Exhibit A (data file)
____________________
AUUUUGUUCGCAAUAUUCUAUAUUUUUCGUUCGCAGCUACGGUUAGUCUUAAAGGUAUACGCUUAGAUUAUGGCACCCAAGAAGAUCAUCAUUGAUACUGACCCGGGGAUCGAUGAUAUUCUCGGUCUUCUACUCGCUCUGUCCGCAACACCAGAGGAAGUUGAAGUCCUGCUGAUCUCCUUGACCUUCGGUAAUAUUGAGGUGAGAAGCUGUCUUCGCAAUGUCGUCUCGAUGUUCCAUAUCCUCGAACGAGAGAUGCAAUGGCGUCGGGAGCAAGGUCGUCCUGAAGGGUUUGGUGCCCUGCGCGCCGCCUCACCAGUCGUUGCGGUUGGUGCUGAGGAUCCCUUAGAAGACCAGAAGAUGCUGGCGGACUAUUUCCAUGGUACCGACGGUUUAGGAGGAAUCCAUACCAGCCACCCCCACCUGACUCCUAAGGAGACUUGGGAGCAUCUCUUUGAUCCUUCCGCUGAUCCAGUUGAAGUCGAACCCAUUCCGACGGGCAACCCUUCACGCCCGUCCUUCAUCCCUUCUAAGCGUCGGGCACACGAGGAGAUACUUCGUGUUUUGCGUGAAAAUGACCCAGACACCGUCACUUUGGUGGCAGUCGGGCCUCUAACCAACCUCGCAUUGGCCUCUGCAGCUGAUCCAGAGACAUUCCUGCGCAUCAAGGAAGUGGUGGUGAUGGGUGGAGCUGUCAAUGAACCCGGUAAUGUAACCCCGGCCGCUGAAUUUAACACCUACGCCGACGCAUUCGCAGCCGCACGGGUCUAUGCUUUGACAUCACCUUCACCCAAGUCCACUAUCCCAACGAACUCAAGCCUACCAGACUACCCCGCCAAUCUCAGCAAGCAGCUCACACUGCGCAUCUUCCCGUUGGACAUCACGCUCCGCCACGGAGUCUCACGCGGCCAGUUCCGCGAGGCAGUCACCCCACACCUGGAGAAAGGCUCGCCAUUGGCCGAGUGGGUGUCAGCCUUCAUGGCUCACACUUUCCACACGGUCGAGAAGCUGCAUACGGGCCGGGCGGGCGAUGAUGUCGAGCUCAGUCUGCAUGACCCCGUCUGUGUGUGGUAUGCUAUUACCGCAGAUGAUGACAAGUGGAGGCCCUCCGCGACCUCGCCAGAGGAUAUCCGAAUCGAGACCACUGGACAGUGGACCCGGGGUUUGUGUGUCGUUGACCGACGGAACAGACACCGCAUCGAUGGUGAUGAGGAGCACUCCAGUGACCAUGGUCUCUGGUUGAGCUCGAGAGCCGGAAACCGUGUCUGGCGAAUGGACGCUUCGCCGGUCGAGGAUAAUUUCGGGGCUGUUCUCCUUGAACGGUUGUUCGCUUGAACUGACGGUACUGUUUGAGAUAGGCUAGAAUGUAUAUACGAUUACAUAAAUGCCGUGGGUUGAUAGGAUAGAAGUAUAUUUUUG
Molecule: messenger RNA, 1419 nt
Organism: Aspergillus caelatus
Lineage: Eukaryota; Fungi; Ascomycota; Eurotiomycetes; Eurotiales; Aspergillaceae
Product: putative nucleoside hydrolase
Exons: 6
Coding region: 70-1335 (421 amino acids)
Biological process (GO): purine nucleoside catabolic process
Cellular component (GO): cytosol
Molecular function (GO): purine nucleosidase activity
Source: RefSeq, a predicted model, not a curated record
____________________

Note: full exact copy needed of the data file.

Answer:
AUUUUGUUCGCAAUAUUCUAUAUUUUUCGUUCGCAGCUACGGUUAGUCUUAAAGGUAUACGCUUAGAUUAUGGCACCCAAGAAGAUCAUCAUUGAUACUGACCCGGGGAUCGAUGAUAUUCUCGGUCUUCUACUCGCUCUGUCCGCAACACCAGAGGAAGUUGAAGUCCUGCUGAUCUCCUUGACCUUCGGUAAUAUUGAGGUGAGAAGCUGUCUUCGCAAUGUCGUCUCGAUGUUCCAUAUCCUCGAACGAGAGAUGCAAUGGCGUCGGGAGCAAGGUCGUCCUGAAGGGUUUGGUGCCCUGCGCGCCGCCUCACCAGUCGUUGCGGUUGGUGCUGAGGAUCCCUUAGAAGACCAGAAGAUGCUGGCGGACUAUUUCCAUGGUACCGACGGUUUAGGAGGAAUCCAUACCAGCCACCCCCACCUGACUCCUAAGGAGACUUGGGAGCAUCUCUUUGAUCCUUCCGCUGAUCCAGUUGAAGUCGAACCCAUUCCGACGGGCAACCCUUCACGCCCGUCCUUCAUCCCUUCUAAGCGUCGGGCACACGAGGAGAUACUUCGUGUUUUGCGUGAAAAUGACCCAGACACCGUCACUUUGGUGGCAGUCGGGCCUCUAACCAACCUCGCAUUGGCCUCUGCAGCUGAUCCAGAGACAUUCCUGCGCAUCAAGGAAGUGGUGGUGAUGGGUGGAGCUGUCAAUGAACCCGGUAAUGUAACCCCGGCCGCUGAAUUUAACACCUACGCCGACGCAUUCGCAGCCGCACGGGUCUAUGCUUUGACAUCACCUUCACCCAAGUCCACUAUCCCAACGAACUCAAGCCUACCAGACUACCCCGCCAAUCUCAGCAAGCAGCUCACACUGCGCAUCUUCCCGUUGGACAUCACGCUCCGCCACGGAGUCUCACGCGGCCAGUUCCGCGAGGCAGUCACCCCACACCUGGAGAAAGGCUCGCCAUUGGCCGAGUGGGUGUCAGCCUUCAUGGCUCACACUUUCCACACGGUCGAGAAGCUGCAUACGGGCCGGGCGGGCGAUGAUGUCGAGCUCAGUCUGCAUGACCCCGUCUGUGUGUGGUAUGCUAUUACCGCAGAUGAUGACAAGUGGAGGCCCUCCGCGACCUCGCCAGAGGAUAUCCGAAUCGAGACCACUGGACAGUGGACCCGGGGUUUGUGUGUCGUUGACCGACGGAACAGACACCGCAUCGAUGGUGAUGAGGAGCACUCCAGUGACCAUGGUCUCUGGUUGAGCUCGAGAGCCGGAAACCGUGUCUGGCGAAUGGACGCUUCGCCGGUCGAGGAUAAUUUCGGGGCUGUUCUCCUUGAACGGUUGUUCGCUUGAACUGACGGUACUGUUUGAGAUAGGCUAGAAUGUAUAUACGAUUACAUAAAUGCCGUGGGUUGAUAGGAUAGAAGUAUAUUUUUG
Molecule: messenger RNA, 1419 nt
Organism: Aspergillus caelatus
Lineage: Eukaryota; Fungi; Ascomycota; Eurotiomycetes; Eurotiales; Aspergillaceae
Product: putative nucleoside hydrolase
Exons: 6
Coding region: 70-1335 (421 amino acids)
Biological process (GO): purine nucleoside catabolic process
Cellular component (GO): cytosol
Molecular function (GO): purine nucleosidase activity
Source: RefSeq, a predicted model, not a curated record